The FAA has recommended that airlines using seats made by Weber Aircraft — which made seats that came loose on American Airlines planes last month — inspect them.
Aviation safety incidents are high profile events; consequently, they frequently attract more heat than light. Speculation is a rampant sport in situations like the repeated events with American Airlines (AA) instances in which the seat rows came out of their floor moorings. The pundits immediately suggested everything from the failures demonstrated the poor quality AA maintenance organization, the transition to a new AA outsourced maintenance provider and even innuendos of union sabotage.
After indicating that the problem was due to a faulty seat clamp, now both AA and the FAA concur that the problem derives from locking pins in the seat that failed to engage, possibly because of a build-up of debris due to spilled soft drinks, coffee and juice etc.
The seat manufacturer issued instructions, most likely through a service bulletin, on how to inspect and replace fittings on the seats. The FAA elected not to issue an Airworthiness Directive (AD), but rather recommended that operators using 11 Weber seat models inspect them for loose seats and incorrectly installed fittings. Whenever any safety event takes place operators usually take prudent action to report, inspect, analyze and take corrective action.
The FAA issues ADs when an unsafe condition is found to exist in a product and the condition is likely to exist or develop in other products of the same type design. It is very interesting that the FAA did not initiate AD action especially when 25 operators worldwide had similar Weber seats installed.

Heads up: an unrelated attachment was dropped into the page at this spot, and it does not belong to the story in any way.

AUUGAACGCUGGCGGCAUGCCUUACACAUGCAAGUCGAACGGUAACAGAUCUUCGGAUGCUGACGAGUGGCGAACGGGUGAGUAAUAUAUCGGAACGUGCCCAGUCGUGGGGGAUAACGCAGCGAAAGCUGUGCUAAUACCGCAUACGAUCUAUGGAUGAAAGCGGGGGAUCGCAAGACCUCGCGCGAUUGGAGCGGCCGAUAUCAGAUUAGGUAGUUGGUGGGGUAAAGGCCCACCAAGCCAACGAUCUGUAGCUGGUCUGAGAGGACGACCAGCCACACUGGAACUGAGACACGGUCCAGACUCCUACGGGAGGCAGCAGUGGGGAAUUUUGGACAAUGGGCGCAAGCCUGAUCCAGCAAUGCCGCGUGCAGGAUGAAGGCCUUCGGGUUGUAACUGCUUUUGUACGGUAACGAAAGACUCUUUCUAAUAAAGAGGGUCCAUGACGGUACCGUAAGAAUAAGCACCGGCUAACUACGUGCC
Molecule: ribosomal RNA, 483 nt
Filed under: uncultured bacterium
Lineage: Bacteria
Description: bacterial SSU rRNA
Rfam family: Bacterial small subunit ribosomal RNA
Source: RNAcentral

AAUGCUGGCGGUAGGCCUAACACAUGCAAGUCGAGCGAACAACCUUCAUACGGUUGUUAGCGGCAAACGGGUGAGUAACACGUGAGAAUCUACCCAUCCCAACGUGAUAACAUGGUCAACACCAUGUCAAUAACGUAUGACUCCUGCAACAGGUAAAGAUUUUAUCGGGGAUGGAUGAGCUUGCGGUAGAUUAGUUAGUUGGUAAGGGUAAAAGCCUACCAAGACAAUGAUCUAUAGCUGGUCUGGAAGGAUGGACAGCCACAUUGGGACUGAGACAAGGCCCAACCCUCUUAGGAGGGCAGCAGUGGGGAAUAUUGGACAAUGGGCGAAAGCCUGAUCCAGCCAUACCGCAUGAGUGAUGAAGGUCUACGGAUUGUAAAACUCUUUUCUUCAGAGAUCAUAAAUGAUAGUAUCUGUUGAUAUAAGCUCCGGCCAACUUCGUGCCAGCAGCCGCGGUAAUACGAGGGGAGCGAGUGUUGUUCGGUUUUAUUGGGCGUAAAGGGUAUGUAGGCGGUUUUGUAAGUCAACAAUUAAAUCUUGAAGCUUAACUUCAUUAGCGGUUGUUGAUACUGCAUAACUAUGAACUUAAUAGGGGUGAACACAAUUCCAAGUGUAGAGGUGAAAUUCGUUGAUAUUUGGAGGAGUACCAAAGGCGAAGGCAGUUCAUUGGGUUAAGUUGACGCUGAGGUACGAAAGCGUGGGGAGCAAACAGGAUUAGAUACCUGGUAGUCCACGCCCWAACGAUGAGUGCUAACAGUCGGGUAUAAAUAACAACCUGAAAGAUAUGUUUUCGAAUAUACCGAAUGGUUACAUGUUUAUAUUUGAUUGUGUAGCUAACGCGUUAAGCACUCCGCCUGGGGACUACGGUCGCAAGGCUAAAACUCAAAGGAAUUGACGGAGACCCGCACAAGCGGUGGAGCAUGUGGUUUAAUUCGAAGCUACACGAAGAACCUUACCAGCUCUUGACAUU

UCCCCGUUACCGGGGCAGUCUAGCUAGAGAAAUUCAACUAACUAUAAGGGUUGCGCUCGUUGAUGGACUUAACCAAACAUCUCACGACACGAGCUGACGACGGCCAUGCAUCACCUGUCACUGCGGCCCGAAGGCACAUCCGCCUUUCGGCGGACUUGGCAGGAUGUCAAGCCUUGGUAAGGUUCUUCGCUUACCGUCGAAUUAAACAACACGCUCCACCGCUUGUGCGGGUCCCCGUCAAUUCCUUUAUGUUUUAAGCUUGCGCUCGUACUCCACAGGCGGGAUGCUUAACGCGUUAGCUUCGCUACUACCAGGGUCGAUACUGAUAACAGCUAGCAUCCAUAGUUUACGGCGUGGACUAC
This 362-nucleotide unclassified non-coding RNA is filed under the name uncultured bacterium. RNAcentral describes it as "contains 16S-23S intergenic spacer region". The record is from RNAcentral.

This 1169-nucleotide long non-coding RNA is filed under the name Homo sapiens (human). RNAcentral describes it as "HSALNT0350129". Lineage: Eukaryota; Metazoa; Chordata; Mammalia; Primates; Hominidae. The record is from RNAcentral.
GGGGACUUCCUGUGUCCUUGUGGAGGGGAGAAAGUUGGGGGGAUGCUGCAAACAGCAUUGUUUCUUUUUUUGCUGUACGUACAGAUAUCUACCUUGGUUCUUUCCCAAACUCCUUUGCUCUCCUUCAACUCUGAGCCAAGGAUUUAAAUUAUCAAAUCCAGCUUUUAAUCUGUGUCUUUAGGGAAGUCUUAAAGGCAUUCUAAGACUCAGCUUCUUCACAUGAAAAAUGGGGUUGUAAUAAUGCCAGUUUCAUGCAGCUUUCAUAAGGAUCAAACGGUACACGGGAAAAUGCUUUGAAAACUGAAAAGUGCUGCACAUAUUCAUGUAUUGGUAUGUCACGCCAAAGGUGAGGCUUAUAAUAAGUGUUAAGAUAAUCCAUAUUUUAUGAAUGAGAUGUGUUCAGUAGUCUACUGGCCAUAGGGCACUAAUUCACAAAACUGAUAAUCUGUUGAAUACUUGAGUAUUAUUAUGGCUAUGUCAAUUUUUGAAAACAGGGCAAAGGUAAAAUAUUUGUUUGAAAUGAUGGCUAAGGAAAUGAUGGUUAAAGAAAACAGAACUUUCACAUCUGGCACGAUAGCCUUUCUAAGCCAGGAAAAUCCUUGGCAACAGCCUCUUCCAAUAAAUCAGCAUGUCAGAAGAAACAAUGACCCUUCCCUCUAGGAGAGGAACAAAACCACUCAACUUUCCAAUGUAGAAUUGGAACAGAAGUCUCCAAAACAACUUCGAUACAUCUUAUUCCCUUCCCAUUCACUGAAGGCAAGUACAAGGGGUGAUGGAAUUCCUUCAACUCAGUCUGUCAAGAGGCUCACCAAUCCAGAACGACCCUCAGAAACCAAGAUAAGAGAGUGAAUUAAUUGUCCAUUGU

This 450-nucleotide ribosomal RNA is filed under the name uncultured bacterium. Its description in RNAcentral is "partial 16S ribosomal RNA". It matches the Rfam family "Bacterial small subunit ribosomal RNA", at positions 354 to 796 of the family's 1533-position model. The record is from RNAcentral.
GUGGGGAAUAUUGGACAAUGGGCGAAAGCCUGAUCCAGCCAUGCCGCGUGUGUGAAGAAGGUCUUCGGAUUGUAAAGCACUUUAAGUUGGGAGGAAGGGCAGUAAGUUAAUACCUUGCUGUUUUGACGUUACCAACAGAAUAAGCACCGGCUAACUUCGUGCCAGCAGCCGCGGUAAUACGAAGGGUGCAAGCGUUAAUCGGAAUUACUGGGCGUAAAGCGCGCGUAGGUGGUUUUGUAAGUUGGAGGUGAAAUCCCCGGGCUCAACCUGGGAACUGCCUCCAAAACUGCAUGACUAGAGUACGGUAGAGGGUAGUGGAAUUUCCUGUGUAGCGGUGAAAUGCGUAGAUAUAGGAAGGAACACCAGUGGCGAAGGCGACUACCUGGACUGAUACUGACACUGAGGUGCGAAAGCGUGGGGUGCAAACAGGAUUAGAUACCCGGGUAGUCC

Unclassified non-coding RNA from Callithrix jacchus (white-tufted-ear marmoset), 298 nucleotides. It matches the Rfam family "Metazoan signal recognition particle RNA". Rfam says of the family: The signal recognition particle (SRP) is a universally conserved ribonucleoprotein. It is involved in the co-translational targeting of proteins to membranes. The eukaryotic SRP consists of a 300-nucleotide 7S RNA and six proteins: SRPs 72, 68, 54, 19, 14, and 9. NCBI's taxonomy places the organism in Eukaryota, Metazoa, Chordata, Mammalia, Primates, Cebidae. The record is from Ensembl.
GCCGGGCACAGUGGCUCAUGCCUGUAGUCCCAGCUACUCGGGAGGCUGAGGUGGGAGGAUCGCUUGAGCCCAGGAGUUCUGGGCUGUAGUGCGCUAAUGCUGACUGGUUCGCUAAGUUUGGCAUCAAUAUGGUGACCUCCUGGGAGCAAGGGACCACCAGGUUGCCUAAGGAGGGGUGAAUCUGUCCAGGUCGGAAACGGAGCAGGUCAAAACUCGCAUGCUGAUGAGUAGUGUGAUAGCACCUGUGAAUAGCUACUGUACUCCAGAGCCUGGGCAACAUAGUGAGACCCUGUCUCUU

In many instances, when a safety event like this takes place, operators will initiate a fleet inspection on their own initiative due to the urging of the manufacturer and/or the FAA. If the results come back negative, or if it is determined to be an isolated incident, an AD may not have to be published. In this case it would appear that no other loose seats were discovered. Therefore, the FAA decided, based on inspection data, risk assessment and problem resolution, that the problem was confirmed, a solution was already developed and that a recommendation was published.
This was an instructive lesson demonstrating how the final determination of the safety problem is often not what the initial or subsequent analysis indicates. A good safety management system (SMS) is a comprehensive, proactive methodology; a robust SMS program is designed to capture such issues before they become problems. JDA has the resources to help a carrier establish an SMS that works for its systems and people.Share this article: